Shamrell-Harrington: What things do you not like about Rust? What frustrations do you experience?

Cantrill: Honestly, very few. I've always felt that you want to talk to someone not on their first day of learning a programming language, but on their 1000th day. Where do they feel about the 1000th today? For me, Rust on the 1000th day remains incredibly uplifting. I'm still discovering great things and the ability to make things better. Broadly, it is very good. I will say, one frustration I have, and this may just be an ideological difference, I definitely believe in consistent formatting.

I admire the approach that Rust format has taken, which is, we are going to reduce your program to its atomic particles. Then we're going to reassemble those atomic particles in a way that passes the formatter, which is great, and it works almost all the time. It's amazing that it works so frequently. The fact that this is my biggest issue shows how few big issues there are because this is a pretty small issue, where we want to structure code that fits the format rules, but is not exactly what it wants to see. It's very hard to tell the thing, this is actually fitting the rules that you've outlined. You just don't like it. You want to do it differently.

The specific example is where you've got functions that are returning things that other functions are going to operate on, and you have these long chain of functions. This gets into the details of the actual machine model on Cortex-M. We want to actually group these things by functional unit. This thing is like, actually, I want each of those on a separate line, and be like, yes, exactly. It's like, big piece of vertical space. That's the level of issue that you're dealing with. That is actually quite literally my biggest frustration with Rust. That's a very small frustration. We can definitely live.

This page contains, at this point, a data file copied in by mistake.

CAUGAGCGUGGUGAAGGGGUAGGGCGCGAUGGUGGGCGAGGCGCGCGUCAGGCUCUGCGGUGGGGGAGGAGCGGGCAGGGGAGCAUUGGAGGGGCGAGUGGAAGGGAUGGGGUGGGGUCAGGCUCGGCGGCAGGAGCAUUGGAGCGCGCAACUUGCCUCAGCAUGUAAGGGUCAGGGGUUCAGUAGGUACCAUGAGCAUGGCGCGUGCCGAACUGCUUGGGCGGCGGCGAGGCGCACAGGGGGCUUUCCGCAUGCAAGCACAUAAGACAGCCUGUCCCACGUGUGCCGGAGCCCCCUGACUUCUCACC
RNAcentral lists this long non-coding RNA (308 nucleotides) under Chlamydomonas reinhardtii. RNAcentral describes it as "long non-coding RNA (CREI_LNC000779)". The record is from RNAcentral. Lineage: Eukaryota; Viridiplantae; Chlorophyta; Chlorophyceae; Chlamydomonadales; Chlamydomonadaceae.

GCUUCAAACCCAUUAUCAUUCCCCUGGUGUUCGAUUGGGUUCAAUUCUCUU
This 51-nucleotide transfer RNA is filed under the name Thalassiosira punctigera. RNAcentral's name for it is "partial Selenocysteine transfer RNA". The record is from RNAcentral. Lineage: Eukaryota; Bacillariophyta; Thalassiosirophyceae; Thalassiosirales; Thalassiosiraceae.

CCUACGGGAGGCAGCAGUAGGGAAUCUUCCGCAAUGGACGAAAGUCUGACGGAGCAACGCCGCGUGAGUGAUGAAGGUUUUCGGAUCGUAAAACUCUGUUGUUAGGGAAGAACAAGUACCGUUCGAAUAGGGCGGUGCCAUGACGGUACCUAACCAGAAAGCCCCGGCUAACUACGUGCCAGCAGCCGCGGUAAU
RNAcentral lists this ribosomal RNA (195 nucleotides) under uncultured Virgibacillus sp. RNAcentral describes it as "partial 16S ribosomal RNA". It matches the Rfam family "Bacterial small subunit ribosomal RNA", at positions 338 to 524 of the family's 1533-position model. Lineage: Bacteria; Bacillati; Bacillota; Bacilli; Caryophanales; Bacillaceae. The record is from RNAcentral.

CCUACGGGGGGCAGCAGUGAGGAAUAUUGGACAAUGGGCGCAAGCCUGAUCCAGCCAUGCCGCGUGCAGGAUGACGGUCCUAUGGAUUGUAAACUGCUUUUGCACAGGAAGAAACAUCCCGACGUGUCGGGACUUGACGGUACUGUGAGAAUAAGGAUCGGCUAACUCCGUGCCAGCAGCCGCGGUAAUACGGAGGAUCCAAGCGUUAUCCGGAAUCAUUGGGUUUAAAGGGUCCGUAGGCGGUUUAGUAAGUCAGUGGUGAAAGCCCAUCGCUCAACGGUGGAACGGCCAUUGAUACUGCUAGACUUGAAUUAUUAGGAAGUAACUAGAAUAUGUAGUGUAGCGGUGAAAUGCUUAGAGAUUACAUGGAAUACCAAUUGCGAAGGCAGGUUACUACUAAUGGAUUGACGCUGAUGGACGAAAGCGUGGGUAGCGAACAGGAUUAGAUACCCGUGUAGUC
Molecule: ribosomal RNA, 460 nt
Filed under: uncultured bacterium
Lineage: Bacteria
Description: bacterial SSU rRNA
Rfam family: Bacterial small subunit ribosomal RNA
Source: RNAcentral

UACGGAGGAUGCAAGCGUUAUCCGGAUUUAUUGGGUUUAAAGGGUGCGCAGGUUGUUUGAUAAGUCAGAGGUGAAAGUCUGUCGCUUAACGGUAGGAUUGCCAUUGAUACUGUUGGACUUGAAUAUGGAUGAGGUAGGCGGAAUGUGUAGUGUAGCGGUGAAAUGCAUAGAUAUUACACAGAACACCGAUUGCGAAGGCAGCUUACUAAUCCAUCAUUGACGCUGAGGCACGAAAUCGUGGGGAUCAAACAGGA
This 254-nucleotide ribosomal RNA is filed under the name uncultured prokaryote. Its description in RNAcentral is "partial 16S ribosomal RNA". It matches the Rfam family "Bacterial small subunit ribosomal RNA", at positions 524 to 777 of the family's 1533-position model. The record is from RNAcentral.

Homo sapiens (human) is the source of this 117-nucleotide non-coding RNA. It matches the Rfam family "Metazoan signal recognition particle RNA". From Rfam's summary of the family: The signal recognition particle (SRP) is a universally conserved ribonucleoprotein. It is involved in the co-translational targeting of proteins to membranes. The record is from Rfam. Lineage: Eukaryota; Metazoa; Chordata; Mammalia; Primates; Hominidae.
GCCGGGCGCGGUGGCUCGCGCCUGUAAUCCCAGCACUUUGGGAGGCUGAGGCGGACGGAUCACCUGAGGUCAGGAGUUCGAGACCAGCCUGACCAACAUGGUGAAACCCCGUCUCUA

Abbott: I'm going to simultaneously say Rust has fantastic compiler error messages. There have been a lot of work put in to be able to help you decode some of these. At the same time, especially as you start to write larger projects and write larger stuff, I think sometimes figuring out how to decode some of the error messages can be cryptic, especially when it comes to building larger libraries. This is something you run into especially with C. I think in particular, some of the Rust type things remind me of other obtuse errors from things like that. I think learning how to debug some of the Rust type of thing.

I think also the thorniest edges for me about Rust, tends to be around some of the tooling, which is not that it's not great, but I think it's just that errors I think we tend to run into, and especially in terms of trying to build like the thing. It's another place to be able to learn how to do things, especially how cargo interacts with Rust. Cargo is a good build system, but at the same time it has its own quirks about how exactly to do things. I think especially for what we've been building, cross compiling, for example, that's been a little bit of errors we've had to explore and learn about exactly for being able to build things. I think in particular we've had to find some rough edges about being able to split between host tools and tools that are supposed to go on target, things like that.

Rust, if you're just being able to run it on your x86 desktop machine, I think there's been a lot of work, and I think that's pretty optimized for that. I think for a lot of what we've been doing with the embedded and cross compiling, I think there have been some rough edges. There's certainly a lot of areas to be able to grow and fix things up there.